BMW CPO: To certify or not to certify?

Car Tips | February 1st, 2009 by 51
augmented reality workshop BMW CPO: To certify or not to certify?

To certify or not to certify? That’s been a popular question among BMW owners the last few years as BMW rolled out it’s certified pre-owned …

augmented reality workshop 497x188 BMW CPO: To certify or not to certify?

To certify or not to certify? That’s been a popular question among BMW owners the last few years as BMW rolled out it’s certified pre-owned program for used BMW’s. It’s a program popular enough with BMW owners that it’s spread to many other higher end brands such as Lexus and Audi who realized how attractive this may be to those who are new to their brand but don’t want to buy a new car.

For those that don’t know, in BMW terms, the certified pre-owned program is a service you can opt for on any BMW over about 10,000 and under 60,000 miles. However, for a vehicle that is less than 4 years old and has mileage that low then you should hold off as the factory warranty is still more than likely available on the car. As for the warranty itself, it’s good for 2 years or the next 50,000 miles from when it is certified. But I digress, the important thing people need to know is that the items covered by the certification process are:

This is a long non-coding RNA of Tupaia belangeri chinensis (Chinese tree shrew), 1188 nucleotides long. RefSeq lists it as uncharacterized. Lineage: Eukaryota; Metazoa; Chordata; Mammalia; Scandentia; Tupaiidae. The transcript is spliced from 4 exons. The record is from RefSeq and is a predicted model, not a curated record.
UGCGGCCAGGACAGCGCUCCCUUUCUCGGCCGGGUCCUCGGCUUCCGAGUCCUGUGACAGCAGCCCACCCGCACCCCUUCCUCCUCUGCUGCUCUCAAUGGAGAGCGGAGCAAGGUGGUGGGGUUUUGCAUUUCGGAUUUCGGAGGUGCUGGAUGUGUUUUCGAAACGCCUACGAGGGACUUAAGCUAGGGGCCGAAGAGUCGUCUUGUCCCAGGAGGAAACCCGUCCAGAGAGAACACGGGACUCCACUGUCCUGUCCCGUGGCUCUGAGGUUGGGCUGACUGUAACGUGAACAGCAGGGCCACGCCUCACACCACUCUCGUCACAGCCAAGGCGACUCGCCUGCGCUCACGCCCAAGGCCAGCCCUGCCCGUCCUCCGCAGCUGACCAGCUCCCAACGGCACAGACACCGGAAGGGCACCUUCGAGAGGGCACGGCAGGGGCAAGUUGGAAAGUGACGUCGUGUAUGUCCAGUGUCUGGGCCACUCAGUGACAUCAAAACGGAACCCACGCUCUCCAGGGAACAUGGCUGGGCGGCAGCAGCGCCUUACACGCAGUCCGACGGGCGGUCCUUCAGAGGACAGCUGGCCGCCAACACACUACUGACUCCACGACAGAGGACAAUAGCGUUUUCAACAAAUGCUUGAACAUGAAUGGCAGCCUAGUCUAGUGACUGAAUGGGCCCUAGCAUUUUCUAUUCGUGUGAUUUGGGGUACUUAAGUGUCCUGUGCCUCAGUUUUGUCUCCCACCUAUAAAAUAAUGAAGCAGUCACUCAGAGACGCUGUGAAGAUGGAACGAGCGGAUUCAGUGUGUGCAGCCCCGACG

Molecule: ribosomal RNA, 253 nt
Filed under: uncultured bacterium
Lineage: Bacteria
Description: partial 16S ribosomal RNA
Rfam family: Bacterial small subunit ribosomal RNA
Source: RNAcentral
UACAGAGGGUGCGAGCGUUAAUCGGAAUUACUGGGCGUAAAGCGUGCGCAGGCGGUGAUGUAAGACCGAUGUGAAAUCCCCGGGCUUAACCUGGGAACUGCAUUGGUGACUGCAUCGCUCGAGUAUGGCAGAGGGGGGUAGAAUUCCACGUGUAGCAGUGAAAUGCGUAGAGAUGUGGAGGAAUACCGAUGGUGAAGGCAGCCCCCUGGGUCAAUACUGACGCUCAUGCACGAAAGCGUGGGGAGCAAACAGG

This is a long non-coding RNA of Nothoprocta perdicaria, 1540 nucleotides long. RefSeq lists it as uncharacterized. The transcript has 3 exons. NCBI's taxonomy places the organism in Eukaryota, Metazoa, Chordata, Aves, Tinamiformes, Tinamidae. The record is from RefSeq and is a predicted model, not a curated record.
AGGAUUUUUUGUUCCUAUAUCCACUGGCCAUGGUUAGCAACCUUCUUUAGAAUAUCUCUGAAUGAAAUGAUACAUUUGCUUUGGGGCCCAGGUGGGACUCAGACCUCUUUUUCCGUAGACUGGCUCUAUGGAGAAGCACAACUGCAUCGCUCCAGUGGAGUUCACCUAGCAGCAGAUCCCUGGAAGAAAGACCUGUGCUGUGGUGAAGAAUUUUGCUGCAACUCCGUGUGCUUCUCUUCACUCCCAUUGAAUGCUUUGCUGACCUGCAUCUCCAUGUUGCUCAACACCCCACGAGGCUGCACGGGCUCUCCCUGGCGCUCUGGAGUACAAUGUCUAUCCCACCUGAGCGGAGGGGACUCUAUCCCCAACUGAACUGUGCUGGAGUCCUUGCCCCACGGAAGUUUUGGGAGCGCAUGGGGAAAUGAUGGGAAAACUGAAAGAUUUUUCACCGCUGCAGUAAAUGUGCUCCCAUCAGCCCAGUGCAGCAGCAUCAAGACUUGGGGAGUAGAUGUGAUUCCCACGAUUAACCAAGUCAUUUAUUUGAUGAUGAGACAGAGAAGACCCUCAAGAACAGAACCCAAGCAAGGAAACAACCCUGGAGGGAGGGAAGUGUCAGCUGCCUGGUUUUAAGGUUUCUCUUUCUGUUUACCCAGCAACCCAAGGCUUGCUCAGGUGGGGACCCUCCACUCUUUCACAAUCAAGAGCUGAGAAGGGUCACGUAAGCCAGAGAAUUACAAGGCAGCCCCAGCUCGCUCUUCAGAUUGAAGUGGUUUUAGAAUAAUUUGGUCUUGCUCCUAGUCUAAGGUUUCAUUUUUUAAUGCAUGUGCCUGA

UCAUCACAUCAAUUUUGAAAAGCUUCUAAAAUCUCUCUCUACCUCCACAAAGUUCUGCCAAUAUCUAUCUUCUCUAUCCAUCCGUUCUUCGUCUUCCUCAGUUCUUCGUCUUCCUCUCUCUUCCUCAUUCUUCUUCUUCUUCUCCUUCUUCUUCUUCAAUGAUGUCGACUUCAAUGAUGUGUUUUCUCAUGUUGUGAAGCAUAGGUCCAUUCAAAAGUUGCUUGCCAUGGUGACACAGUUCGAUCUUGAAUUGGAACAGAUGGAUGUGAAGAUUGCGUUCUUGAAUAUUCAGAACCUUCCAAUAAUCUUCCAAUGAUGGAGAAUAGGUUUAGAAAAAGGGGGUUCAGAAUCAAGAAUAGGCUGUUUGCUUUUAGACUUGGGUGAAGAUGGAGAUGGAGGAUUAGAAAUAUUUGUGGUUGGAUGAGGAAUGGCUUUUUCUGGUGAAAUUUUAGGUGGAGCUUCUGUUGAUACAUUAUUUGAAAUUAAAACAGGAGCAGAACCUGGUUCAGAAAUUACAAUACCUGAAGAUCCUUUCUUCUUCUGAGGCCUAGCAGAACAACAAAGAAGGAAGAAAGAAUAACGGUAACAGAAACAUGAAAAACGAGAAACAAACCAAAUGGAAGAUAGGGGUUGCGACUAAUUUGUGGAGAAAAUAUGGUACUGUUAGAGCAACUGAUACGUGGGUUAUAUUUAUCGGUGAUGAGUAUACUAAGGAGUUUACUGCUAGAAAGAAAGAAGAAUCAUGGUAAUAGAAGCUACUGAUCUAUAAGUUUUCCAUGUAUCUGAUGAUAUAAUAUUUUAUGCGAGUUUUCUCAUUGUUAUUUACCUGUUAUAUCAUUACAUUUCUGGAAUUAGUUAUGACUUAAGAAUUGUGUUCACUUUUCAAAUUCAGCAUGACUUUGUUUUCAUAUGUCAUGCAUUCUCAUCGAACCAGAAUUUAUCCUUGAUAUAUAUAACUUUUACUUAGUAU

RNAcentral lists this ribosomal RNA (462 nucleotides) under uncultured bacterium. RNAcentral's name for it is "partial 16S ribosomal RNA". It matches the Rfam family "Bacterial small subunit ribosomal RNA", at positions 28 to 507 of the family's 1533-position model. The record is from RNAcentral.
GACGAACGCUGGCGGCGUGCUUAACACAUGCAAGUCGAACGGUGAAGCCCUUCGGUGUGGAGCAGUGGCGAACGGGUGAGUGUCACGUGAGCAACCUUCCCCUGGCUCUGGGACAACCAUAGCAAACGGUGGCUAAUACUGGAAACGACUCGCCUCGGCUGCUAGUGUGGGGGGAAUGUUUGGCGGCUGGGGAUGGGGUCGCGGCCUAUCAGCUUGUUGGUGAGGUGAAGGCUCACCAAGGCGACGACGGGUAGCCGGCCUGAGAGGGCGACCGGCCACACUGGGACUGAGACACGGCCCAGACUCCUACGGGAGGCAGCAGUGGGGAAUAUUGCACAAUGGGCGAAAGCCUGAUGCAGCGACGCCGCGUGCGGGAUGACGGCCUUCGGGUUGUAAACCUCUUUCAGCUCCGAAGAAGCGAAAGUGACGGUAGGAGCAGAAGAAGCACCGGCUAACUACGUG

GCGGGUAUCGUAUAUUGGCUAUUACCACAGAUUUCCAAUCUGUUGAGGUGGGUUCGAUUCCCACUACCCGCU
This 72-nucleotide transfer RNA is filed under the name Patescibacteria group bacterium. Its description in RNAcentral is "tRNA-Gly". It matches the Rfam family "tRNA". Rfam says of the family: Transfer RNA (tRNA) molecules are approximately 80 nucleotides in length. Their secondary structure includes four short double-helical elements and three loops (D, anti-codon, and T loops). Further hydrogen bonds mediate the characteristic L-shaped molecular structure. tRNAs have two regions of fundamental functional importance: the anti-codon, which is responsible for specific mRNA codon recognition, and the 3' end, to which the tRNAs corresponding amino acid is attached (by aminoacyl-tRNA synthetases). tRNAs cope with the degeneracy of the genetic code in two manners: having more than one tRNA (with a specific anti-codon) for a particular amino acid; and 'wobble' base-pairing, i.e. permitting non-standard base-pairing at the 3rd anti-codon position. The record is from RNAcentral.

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  • Engine
  • Transmission(Auto and Manual)
  • Fuel system
  • Front and rear suspension
  • Brakes and ABS
  • Air Conditioning
  • The electrical system
  • A few other more integral systems are also covered

Aside from the coverage on the major systems of the car, when a car is certified BMW is required to do hundreds of checks on the car to bring it up to spec before it can be considered covered as a CPO warranty.

As part of these checks, BMW does things such as replace engine belts, change the oil and other fluids, change brake pads and rotors, check the fuel system, a change of tires(if the tread is low enough and you have non-spec BMW tires), etc. The inspection essentially works to confirm that the car is as close as can be to a car that just rolled out of the factory.

Based on the work required to bring you car to CPO- spec will determine the price of your certification so, if you’ve owned your car since new and have it certified then the more preventative maintenance you’ve kept up with then likely the cheaper your CPO will be. For example, my certification cost about $1,800 as BMW had to replace the tires on my car as they weren’t BMW spec( don’t put any Pirelli’s on the car before you have it CPO’d!) so the cost was driven up some.

All in all, if you want to cover major parts and a little more piece of mind after your factory warranty expired or you’re nervous about buying a German car due to out-of-warranty maintenance then this may be a good program for you. Personally, I have buyer’s regret with mine but I’m curious to here what those of you who have a CPO’d car or have considered doing so think about the program.

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